Holy Rule for May 7
Prayers,. please, for the spiritual and bodily health of the following:
Joe, under a lot of stress and for his wife, Jeanmarie.
Joe, a new dad who cannot find work, and for his wife and daughter, Elise and Laura.
Bishop Gordon, recovering from pericarditis
Benek - prayers needed for a new job after being laid off.
Glenna, in her late 70s, who fell and faces surgery on two fractures on her hip Tuesday. (She had just returned to her home after a long spell in rehab.) And for her three sons trying to deal with their mother's failing health.
the Eleazar Fernandez family, general well-being.
Prayers for the eternal rest of Michael, for whom we prayed, who died of cancer, and for all his family and all who mourn him.
Lord, help us all as You know and
will. God's will is best. All is mercy and grace. God is never absent, praise
Him! Thanks so much. JL
January 6, May 7, September 6
So we have asked the Lord
who is to dwell in His tent,
and we have heard His commands
to anyone who would dwell there;
it remains for us to fulfill those duties.
Therefore we must prepare our hearts and our bodies
to do battle under the holy obedience of His commands;
and let us ask God
that He be pleased to give us the help of His grace
for anything which our nature finds hardly possible.
And if we want to escape the pains of hell
and attain life everlasting,
then, while there is still time,
while we are still in the body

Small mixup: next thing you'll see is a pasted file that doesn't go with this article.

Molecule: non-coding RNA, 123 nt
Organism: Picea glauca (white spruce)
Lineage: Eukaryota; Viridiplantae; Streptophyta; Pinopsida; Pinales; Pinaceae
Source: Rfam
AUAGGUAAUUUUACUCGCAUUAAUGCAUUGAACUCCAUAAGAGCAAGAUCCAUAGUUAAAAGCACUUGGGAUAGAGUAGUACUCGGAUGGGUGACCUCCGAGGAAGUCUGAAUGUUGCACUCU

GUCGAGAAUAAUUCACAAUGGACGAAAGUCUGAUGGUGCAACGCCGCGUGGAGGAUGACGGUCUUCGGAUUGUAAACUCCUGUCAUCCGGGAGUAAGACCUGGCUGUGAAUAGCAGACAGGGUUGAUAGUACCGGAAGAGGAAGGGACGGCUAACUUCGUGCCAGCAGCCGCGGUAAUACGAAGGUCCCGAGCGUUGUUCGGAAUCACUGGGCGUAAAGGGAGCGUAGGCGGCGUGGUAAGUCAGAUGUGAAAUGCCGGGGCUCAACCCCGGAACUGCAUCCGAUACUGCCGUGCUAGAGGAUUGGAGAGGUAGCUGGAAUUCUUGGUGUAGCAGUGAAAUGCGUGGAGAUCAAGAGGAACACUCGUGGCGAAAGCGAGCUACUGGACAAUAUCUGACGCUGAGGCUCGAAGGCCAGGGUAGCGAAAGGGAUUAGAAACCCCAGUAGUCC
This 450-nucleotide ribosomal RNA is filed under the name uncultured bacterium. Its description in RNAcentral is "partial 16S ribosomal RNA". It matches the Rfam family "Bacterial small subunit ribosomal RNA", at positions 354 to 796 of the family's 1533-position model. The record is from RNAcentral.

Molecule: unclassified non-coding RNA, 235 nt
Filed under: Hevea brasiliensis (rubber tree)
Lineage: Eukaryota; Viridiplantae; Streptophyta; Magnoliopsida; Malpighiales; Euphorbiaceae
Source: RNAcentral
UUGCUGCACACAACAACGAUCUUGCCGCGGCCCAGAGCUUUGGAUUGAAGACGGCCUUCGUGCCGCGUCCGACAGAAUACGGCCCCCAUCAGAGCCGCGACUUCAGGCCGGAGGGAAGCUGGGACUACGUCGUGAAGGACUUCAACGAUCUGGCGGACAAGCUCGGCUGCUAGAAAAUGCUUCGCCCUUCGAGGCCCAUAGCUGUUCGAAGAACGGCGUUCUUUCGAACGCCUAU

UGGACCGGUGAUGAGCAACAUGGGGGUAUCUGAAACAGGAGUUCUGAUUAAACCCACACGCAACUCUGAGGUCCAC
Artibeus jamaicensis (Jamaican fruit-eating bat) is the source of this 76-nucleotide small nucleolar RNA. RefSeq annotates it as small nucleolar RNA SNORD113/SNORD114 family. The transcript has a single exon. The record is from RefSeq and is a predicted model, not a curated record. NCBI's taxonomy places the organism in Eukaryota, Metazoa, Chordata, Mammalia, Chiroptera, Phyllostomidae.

and are able to fulfill all these things
by the light of this life,
we must hasten to do now
what will profit us for eternity.
The first section of the Prologue asked us to seek God's blessing
before doing any work. Today we are asked to prepare our hearts and
bodies for the struggles ahead and ask God for His help. Both of
these precepts are quite nicely filled by making the Morning
Offering. Now I know that is a Roman Catholic prayer, and I also know
we have (thanks be to God!) many Oblates of other faiths among us.
Bear with me, please. I think this has applications for everyone.
The morning offering is considered rather passe in some Roman
Catholic circles. One actually wonders why, in an age that loves
computers with tons of memory, hard drives that do all the work for
us, even more work than our own minds could dream of doing.The morning offering,
makes computer ability look like shooting fish in a barrel.
The morning offering is the perfect capstone, cornerstone and
beginning for a great life of intercessory prayer. It unites the
poverty of our own lives, prayers, works, joys and sufferings with
those of Christ, with those of His Mystical Body. It plunges the
finite smallness of our own actions into sea after sea of infinite
grace and perfection and, wrapped in that awesome completeness,